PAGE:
Hopefully, this process of elimination has yielded at least a few potential spots for next fall. The exact tree you place your stand in, and where you place the stand in that tree, is very important to your eventual success.

The downwind fringe of each potential stand area is the most conservative choice, and that is the best starting point. You can always fine-tune the stand site after actually watching bucks move through the area.

Finally, you have to pick a tree that offers cover, and you have to place your stand in the tree in a way that permits a good field of fire without making you stick out like a sore thumb. Increasingly, I have accomplished these seemingly incompatible goals by setting my stands on the backside of the tree and standing while hunting. That permits me to hide behind the tree when deer are close. It works great.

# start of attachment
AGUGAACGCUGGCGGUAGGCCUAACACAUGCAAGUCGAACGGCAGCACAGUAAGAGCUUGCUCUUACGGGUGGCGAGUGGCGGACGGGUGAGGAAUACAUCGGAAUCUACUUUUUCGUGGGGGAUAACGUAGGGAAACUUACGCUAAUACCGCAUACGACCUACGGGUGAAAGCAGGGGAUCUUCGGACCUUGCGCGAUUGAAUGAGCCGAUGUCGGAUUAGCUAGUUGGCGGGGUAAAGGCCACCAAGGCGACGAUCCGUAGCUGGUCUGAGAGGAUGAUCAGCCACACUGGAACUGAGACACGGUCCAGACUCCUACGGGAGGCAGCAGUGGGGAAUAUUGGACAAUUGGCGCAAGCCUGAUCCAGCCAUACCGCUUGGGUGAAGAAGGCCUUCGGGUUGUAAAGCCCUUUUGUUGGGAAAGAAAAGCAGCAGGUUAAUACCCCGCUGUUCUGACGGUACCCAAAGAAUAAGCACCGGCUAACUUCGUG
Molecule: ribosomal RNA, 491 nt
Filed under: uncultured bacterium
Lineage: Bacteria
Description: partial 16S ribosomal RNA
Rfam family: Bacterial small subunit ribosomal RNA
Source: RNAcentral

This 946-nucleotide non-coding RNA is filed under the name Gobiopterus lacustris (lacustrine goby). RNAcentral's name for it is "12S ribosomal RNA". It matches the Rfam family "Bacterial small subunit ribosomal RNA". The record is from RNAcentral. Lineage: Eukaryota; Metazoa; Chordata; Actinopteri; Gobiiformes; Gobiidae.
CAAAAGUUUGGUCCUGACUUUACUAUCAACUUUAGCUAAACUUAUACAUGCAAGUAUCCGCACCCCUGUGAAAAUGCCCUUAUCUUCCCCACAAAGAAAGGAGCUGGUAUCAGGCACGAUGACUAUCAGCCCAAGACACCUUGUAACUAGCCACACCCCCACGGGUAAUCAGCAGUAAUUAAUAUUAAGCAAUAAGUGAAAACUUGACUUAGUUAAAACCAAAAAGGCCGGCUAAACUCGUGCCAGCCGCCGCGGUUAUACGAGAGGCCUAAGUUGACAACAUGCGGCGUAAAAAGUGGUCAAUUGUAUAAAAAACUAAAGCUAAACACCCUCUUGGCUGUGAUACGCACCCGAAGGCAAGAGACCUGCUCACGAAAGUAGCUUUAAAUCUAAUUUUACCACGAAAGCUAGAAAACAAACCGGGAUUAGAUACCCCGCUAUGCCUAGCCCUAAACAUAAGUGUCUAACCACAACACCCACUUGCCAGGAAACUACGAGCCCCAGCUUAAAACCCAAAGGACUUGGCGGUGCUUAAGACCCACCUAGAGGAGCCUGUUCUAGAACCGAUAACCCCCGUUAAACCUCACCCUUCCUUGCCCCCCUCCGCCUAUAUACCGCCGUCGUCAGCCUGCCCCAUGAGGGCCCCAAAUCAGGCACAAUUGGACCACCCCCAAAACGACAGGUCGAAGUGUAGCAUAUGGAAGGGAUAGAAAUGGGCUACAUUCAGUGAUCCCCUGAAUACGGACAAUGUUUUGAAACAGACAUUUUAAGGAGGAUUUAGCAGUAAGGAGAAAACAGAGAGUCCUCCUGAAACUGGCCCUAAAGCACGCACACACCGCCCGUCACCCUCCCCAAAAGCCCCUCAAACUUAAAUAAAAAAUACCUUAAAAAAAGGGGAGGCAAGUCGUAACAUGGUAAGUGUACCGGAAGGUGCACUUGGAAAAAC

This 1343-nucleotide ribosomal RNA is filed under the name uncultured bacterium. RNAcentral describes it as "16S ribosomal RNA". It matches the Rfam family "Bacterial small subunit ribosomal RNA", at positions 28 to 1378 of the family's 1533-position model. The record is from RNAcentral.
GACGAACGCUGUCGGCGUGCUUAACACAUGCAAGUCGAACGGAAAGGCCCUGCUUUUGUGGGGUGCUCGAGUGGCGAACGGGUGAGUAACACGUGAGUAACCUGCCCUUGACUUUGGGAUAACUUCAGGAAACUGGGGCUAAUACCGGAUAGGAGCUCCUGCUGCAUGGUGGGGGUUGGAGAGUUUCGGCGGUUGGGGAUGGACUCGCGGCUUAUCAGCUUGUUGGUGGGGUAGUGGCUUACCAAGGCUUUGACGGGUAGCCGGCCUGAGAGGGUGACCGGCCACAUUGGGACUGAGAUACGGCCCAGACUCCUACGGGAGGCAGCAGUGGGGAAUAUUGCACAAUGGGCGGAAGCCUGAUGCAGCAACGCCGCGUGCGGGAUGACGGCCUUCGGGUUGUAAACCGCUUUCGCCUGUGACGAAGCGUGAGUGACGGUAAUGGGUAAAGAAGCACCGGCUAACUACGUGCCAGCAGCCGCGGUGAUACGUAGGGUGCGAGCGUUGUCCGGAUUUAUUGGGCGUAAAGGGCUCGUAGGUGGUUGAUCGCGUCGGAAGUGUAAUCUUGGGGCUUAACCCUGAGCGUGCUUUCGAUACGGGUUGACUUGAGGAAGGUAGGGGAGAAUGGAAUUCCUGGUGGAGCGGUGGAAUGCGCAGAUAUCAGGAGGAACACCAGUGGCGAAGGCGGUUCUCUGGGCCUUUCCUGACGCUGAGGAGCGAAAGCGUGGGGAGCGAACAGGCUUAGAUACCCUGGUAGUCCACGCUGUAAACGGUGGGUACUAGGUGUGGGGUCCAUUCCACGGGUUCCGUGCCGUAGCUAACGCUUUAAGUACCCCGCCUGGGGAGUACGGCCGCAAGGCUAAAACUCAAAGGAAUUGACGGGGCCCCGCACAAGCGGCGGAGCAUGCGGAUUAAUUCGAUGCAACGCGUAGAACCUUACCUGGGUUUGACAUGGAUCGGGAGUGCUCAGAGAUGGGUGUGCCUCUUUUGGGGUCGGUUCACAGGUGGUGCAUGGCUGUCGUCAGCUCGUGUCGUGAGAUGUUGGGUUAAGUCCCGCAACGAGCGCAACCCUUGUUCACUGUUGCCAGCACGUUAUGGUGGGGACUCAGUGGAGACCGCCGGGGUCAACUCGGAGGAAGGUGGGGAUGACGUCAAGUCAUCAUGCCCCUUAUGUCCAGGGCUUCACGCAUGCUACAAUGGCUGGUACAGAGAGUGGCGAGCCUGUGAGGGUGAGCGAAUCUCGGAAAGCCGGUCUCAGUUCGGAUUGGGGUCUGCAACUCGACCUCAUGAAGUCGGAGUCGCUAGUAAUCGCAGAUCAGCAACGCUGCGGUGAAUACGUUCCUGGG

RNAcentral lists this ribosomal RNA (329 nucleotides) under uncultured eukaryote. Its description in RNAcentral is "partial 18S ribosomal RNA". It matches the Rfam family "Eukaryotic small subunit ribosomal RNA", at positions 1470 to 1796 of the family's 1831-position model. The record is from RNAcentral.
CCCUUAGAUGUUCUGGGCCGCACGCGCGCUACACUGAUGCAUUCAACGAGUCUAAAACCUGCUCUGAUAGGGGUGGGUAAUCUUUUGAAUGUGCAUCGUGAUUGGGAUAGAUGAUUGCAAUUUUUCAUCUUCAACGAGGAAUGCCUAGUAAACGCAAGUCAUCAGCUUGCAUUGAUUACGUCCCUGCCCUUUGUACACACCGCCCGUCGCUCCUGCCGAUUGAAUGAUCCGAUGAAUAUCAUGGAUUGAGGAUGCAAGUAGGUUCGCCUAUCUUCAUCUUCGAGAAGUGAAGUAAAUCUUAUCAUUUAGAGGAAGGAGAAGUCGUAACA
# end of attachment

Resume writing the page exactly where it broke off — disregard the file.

If you choose not to place your stand on the back of the tree, you need a tree with limbs and leaves at the correct height to break your outline. Don't just pick an open tree and hope for the best. This rarely works.

Calculated Risk

Going through this three-step process of elimination will give you a much better understanding of the strengths and weaknesses of each stand you hunt. You will know what stands represent a compromise and which ones are no-brainers. This should help you manage your impact more carefully next fall. Being able to calculate the risks you are taking every time you hunt is a great skill to develop, but most importantly, by using this step-by-step approach, you will soon be sitting in the best stands your hunting area has to offer.